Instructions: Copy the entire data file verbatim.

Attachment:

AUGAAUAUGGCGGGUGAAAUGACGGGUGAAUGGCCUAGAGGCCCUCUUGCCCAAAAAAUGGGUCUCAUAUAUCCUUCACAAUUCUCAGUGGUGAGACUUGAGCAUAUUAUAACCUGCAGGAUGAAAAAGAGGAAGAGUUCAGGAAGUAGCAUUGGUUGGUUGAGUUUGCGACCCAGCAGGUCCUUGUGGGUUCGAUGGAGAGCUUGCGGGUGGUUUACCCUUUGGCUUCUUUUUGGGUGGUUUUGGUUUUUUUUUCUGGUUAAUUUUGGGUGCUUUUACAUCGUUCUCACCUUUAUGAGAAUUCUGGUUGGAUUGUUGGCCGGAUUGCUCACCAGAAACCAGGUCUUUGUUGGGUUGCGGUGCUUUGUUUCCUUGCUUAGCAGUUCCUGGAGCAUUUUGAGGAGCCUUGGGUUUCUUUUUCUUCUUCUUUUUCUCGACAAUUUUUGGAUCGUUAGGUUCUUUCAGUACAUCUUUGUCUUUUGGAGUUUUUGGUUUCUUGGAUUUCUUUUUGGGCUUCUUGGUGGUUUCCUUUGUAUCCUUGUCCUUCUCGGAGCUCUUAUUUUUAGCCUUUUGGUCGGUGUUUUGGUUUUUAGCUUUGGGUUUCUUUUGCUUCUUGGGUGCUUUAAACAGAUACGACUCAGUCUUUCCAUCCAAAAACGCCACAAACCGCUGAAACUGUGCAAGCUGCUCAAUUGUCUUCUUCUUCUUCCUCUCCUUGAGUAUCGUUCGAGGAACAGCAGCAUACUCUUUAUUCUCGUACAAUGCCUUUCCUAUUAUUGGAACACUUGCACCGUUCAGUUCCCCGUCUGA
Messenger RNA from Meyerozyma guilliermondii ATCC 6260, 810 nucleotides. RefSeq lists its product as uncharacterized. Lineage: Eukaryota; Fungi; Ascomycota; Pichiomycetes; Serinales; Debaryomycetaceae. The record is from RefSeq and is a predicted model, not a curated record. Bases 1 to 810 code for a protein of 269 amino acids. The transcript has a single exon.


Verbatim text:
AUGAAUAUGGCGGGUGAAAUGACGGGUGAAUGGCCUAGAGGCCCUCUUGCCCAAAAAAUGGGUCUCAUAUAUCCUUCACAAUUCUCAGUGGUGAGACUUGAGCAUAUUAUAACCUGCAGGAUGAAAAAGAGGAAGAGUUCAGGAAGUAGCAUUGGUUGGUUGAGUUUGCGACCCAGCAGGUCCUUGUGGGUUCGAUGGAGAGCUUGCGGGUGGUUUACCCUUUGGCUUCUUUUUGGGUGGUUUUGGUUUUUUUUUCUGGUUAAUUUUGGGUGCUUUUACAUCGUUCUCACCUUUAUGAGAAUUCUGGUUGGAUUGUUGGCCGGAUUGCUCACCAGAAACCAGGUCUUUGUUGGGUUGCGGUGCUUUGUUUCCUUGCUUAGCAGUUCCUGGAGCAUUUUGAGGAGCCUUGGGUUUCUUUUUCUUCUUCUUUUUCUCGACAAUUUUUGGAUCGUUAGGUUCUUUCAGUACAUCUUUGUCUUUUGGAGUUUUUGGUUUCUUGGAUUUCUUUUUGGGCUUCUUGGUGGUUUCCUUUGUAUCCUUGUCCUUCUCGGAGCUCUUAUUUUUAGCCUUUUGGUCGGUGUUUUGGUUUUUAGCUUUGGGUUUCUUUUGCUUCUUGGGUGCUUUAAACAGAUACGACUCAGUCUUUCCAUCCAAAAACGCCACAAACCGCUGAAACUGUGCAAGCUGCUCAAUUGUCUUCUUCUUCUUCCUCUCCUUGAGUAUCGUUCGAGGAACAGCAGCAUACUCUUUAUUCUCGUACAAUGCCUUUCCUAUUAUUGGAACACUUGCACCGUUCAGUUCCCCGUCUGA
Messenger RNA from Meyerozyma guilliermondii ATCC 6260, 810 nucleotides. RefSeq lists its product as uncharacterized. Lineage: Eukaryota; Fungi; Ascomycota; Pichiomycetes; Serinales; Debaryomycetaceae. The record is from RefSeq and is a predicted model, not a curated record. Bases 1 to 810 code for a protein of 269 amino acids. The transcript has a single exon.